Matching family tree profiles for Sarah Bibber, Salem Witch Trials
About Sarah Bibber, Salem Witch Trials
Sarah Bibber aka Vibber (born c. 1658) - Her surname is variously listed as Bibber, Biber and Vibber. Married to John Bibber, she had a four-year-old child in 1692.
As one of the "afflicted" who testified in the Salem Witch Trials of 1692, Sarah accused and/or testified under oath against at least fifteen different people. There was also testimony against Sarah Bibber by several individuals. Although her husband John Bibber (Vibber) is mentioned in depositions and indictments and listed as a witness, there does not seem to be any evidence that he testified against any of the accused.
She was been described as a "loose-tongued creature, addicted to fits," a woman who quarreled often with her husband and called him "very bad names," who had "strange fits when she was crossed," a woman of turbulent spirit and "double-tongued." Sarah was observed to be "very idle in her calling" and given to tattling and making mischief among her neighbors.
The testimony of Thomas and Mary Jacobs against Sarah perhaps gives the most insight into her character: "…Bibber would be very often speaking against one and another very obscenely and those things that were false and wishing very bad wishes and very often she wish[ed] that when her child fell into the river that she had never pulled…her child out and Bibber used to wish ill wishes to herself and her children and also to others..."
Sarah Bibber's Accusations
Mary Bradbury: In the indictment against Mary Bradbury, Sarah claimed that she was "tortured, afflicted, consumed, pined, wasted and tormented" by acts of witchcraft by Mary Bradbury. In her answer to the indictment, Mary stated "I am wholly innocent of any such wickedness through the goodness of God that have kept me hitherto. I am the servant of Jesus Christ and have given my self up to him as my only Lord and Saviour…"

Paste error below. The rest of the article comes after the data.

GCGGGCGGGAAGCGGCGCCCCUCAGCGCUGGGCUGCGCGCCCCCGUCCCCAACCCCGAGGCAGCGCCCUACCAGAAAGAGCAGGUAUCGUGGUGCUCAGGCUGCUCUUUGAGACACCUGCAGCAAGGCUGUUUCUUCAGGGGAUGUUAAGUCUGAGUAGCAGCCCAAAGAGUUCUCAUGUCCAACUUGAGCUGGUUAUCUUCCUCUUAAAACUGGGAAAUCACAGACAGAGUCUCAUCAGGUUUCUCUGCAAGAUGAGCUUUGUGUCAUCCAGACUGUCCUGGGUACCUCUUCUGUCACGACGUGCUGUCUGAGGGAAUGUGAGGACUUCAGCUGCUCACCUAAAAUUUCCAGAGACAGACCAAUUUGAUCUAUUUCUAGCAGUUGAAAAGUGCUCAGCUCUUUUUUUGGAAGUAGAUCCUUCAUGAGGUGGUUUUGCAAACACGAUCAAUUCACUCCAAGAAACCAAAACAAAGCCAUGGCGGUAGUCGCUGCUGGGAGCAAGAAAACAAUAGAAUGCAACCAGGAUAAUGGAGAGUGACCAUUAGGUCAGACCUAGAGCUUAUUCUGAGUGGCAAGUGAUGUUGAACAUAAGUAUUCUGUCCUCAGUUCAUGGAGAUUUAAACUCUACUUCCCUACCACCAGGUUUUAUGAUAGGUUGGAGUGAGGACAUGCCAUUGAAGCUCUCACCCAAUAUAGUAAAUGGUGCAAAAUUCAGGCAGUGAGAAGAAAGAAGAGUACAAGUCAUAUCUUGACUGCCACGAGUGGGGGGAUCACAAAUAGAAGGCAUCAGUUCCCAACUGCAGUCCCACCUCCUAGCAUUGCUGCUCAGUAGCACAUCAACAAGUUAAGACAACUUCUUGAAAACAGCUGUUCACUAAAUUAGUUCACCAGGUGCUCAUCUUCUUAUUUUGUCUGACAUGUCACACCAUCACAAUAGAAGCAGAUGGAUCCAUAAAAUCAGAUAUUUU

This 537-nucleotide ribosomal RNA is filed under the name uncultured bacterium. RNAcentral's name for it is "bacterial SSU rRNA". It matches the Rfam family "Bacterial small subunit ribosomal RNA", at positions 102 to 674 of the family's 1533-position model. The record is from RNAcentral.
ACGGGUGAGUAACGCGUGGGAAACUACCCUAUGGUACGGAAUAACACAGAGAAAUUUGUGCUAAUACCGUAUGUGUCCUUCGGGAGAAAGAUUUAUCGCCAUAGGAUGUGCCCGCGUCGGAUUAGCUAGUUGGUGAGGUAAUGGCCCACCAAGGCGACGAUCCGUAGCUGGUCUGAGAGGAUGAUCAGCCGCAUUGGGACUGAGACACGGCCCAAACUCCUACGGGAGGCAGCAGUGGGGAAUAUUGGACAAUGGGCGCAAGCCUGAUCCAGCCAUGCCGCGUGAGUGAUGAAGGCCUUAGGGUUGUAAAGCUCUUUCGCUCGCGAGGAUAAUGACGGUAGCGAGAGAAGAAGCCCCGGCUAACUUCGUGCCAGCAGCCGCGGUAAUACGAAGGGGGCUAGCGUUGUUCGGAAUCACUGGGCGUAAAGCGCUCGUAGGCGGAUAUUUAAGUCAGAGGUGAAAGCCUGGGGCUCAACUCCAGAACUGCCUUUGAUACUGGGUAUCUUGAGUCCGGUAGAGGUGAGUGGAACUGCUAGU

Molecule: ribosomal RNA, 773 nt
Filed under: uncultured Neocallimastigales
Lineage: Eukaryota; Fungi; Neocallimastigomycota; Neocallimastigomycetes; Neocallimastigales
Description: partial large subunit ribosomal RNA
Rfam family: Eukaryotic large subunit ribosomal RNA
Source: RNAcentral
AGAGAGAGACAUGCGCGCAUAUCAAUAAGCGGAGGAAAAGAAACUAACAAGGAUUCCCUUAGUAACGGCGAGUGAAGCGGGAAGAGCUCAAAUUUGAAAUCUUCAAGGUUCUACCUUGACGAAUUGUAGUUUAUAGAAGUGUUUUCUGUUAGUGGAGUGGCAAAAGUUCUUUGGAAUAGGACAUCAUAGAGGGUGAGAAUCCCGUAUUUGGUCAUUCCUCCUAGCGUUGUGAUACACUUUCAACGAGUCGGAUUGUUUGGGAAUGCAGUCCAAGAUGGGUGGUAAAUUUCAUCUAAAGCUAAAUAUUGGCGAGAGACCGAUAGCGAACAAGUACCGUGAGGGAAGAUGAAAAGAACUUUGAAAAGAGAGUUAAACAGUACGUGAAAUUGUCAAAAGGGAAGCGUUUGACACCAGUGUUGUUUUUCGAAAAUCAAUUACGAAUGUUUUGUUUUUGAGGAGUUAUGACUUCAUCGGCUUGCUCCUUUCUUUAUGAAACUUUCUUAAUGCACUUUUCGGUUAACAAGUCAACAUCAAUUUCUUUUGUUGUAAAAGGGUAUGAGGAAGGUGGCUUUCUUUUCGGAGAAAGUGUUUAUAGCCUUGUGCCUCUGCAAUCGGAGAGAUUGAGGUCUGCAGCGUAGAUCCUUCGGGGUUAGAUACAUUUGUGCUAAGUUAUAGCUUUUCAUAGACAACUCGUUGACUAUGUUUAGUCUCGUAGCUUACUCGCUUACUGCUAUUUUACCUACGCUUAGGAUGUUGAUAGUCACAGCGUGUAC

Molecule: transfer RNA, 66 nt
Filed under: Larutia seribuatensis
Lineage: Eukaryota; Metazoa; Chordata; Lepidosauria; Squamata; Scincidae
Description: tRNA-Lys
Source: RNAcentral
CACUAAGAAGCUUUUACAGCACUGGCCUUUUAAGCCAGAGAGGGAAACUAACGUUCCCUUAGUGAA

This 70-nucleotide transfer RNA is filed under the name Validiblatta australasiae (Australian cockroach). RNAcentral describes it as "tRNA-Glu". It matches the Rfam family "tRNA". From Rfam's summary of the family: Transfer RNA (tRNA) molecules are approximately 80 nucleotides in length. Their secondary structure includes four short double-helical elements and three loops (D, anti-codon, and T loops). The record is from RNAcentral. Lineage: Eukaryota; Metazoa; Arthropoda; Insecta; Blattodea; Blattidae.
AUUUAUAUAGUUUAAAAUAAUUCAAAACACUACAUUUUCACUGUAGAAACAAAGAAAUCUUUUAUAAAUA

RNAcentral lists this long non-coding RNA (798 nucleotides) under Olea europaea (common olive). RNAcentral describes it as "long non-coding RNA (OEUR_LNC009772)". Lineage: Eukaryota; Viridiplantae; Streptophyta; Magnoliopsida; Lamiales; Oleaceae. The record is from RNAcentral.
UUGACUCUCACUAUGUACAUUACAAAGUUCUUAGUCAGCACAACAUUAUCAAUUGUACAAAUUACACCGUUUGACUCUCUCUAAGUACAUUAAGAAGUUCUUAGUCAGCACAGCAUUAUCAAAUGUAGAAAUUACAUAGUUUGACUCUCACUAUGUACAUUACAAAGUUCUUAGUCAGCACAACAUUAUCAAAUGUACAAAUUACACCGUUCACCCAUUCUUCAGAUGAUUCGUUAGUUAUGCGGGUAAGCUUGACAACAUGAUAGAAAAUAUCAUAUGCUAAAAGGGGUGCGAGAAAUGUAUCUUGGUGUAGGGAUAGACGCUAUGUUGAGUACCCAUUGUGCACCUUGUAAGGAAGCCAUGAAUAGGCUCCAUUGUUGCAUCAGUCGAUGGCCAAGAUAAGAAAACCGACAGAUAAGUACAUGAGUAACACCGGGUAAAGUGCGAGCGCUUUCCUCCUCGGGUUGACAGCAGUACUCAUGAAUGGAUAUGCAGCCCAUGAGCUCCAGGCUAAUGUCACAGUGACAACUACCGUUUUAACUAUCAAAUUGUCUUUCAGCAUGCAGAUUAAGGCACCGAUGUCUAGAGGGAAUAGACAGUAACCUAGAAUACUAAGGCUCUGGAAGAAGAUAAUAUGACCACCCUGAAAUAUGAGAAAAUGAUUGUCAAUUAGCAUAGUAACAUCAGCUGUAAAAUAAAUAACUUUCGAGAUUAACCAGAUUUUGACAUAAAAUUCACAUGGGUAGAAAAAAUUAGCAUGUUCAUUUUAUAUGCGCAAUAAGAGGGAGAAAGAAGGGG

Rev. George Burroughs: In her deposition Sarah stated that on 9th day of May 1692, she was going to Salem Village and "saw the apparition of a little man like a minister with a black coat on and he pinched me by the arm and bid me go along with him, but I told him I would not but when I came to the Village I saw there Mr. George Burroughs which I never saw before and then I knew that it was his apparition which I had seen in the morning and he tortured me several times while he was in examinations also during the time of his examination I saw Mr. George Burroughs or his apparition most grievously torment and afflict Mary Walcott, Mercy Lewis, Elizabeth Hubbard, Ann Putnam and Abigail Williams by pinching, twisting and almost choking them to death also several times since Mr. George Burroughs or his apparition has most grievously tormented me with variety of tortures and I believe in my heart that Mr. George Burroughs is a dreadful wizard and that he has most grievously tormented me and the above mentioned person by his acts of witchcraft."
Giles Corey: As in her previous testimony Sarah stated that she had been "grievously afflicted" by Giles Corey or his apparition. She also witnessed Giles afflicting and tormenting Mary Walcott, Mercy Lewis and Ann Putnam. Sarah also believed Giles to be a wizard.
Mary Easty: Sarah "affirmed upon her oath that she saw Mary, the wife if Isaac Easty, upon John Norton's bed when said Norton was ill.
Sarah Good: The indictment against Sarah Good charged that Sarah Vibber had been "tortured, afflicted, pined, consumed, wasted and tormented"
by Sarah Good. "She did immediately afflict my child by pinching of it that I could hardly hold it and my husband seeing of it took hold of the child but it cried out and twisted so dreadfully…" She also stated that several times since the second of May, the apparition of Sarah Good beat and pinched her, almost choked her to death and pricked her with pins.
Dorcas Hoar: Sarah Vibber's deposition stated that Dorcas Hoar of Beverly had tormented her many times with various tortures. On 2 May 1692, the day Dorcas was examined, Sarah saw Dorcas or her apparition torment Mary Walcott, Elizabeth Hubbard, Abigail Williams, Ann Putnam and Susannah Shelden, biting, pinching and almost choking them. "and I verily believe in my heart that Dorcas Hoar is witch for since she went to prison she has most dreadfully tortured me with variety of tortures, which I believe if she wasn't a witch she could not do."